In an August 17 email to City and County of Broomfield (CCOB) Attorney Shaun Sullivan and CCOB Manager Charles Ozaki, Attorney and Wildgrass resident Mark Lindner stated his legal opinion that “the City Manager cannot approve a non-final revision of the CDP, and no party can deem such an approval to be valid in a Colorado court of law.” He cites his reasons from the Operator Agreement, Broomfield Municipal Code and Colorado court cases involving contractual law in the following email:
“To the City Attorney and City Manager of Broomfield, CO,
I am writing to you in regard to the contractual validity of a potential approval or potential conditional approval by the City Manager of Extraction’s Comprehensive Drilling Plan (“CDP”) under the Operating Agreement(“OA”) between Broomfield and Extraction, and under the Broomfield Municipal Code 17-54(“BMC”) incorporated by the OA, as dated on October 25th, 2017.
Section 9 of the OA states:
“… the Operator shall submit a Comprehensive Drilling Plan and Application for such New Wells or Well Sites for review and approval by the City”
and Section 12 of the OA further states:
“The City shall issue administrative approvals, by the City Manager or his designee, for the operations allowed for by this Agreement, in accordance with the procedures set forth in this Agreement and Chapter 17-54 of the Broomfield Municipal Code, if such operations comply with the requirements of this Agreement, …”
While the OA clearly states the City Manager is empowered to make the formal approval, the OA is silent as to the distinction between revisions of a CDP and how those revisions, if any, are to be handled in detail. However, the BMC is clear on how revisions of the CDP are to be handled.
A portion of Section BMC 17-54-200(between sections 8 and 9) reads:
If revisions [of the CDP] were necessary, the city shall be provided ten working days to review the revised application. Upon determination by the city that all issues have been resolved, the plans shall be considered the final copy of the application and exhibits. The city’s planning director shall forward the final copy of the application materials for final review by the city manager.
In this section, the BMC references a “final copy” of the CDP, and further requires that the city must determine that all issues have been resolved before a version of the CDP has been made “final”. Only then will the final copy be forwarded to the City Manager.
Under binding contract interpretation precedent as referenced in Bledsoe Land Company v. Forest Oil (Colorado Court of Appeals No. 09CA2807, 2011):
“The intent of the parties to a contract is to be determined primarily from the language of the instrument itself.” Fibreglass Fabricators, Inc. v. Kylberg, 799 P.2d 371, 374 (Colo. 1990). When several documents are part of a single transaction, they should be read together as a whole, not in isolation, to determine the parties’ intent. In re Water Rights of Town of Estes Park, 677 P.2d 320, 327 (Colo. 1984). To ascertain whether certain provisions of a contract are ambiguous, “the language used therein must be examined and construed in harmony with the plain and generally accepted meaning of the words employed and by reference to all the parts and provisions of the agreement and the nature of the transaction which forms its subject matter.” Cheyenne Mountain School Dist. No. 12 v. Thompson, 861 P.2d 711, 715 (Colo. 1993)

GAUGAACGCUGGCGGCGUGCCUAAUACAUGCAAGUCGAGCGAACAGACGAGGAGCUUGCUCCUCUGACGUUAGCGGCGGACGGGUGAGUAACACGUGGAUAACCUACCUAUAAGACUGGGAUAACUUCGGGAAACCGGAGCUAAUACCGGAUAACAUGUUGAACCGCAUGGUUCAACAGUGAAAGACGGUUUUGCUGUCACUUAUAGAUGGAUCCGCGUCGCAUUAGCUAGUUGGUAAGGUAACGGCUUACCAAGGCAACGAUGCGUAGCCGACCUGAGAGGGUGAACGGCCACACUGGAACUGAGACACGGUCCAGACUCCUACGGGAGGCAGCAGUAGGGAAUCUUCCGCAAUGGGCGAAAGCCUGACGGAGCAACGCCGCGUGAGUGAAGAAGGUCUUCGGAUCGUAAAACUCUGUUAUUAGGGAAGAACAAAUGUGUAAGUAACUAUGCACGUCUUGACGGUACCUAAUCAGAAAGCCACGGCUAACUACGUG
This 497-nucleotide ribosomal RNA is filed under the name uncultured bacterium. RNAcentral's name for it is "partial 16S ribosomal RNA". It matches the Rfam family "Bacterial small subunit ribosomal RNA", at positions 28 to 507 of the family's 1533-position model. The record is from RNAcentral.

Under this binding precedent, the OA and BMC must be read together as a whole to determine the parties intent, and any ambiguities must be examined by reference to all parts and provisions of the agreement, including Section 17-54-200 of the BMC. Accordingly, the above referenced section of the BMC requiring a final copy of the CDP wherein the city has determined that all issues have been resolved, must be given meaning and effect under the OA.
The effect that the section of BMC 17-54-200 has on the validity of an approval of the CDP by the City Manager is that the City Manager must have received a final copy of the CDP that has been determined by the City Council that all issues have been resolved. Otherwise the City Manager doesn’t have anything in hand that can be legally and validly approved.
Furthermore, any approval by the City Manager of a non-final revision of the CDP that has not been determined by the City Council to have all issues resolved would be open to validity challenges by the City itself and by its residents, and any subsequent actions taken based on a non-valid approval would be subject to immediate injunctions and damages per liability claims.
Lastly, as a separate issue, there is no final CDP. The most recent active revision of the CDP that has not been withdrawn is the one from April, and that cannot possibly or legally constitute a final CDP.
In conclusion, under Colorado Contract Law, Broomfield Municipal Code, and the Operating Agreement, the City Manager cannot approve a non-final revision of the CDP, and no party can deem such an approval to be valid in a Colorado court of law.
Mark Lindner August 17, 2018
Colorado Atty # 49192
New York Atty # 5567375
USPTO # 77199″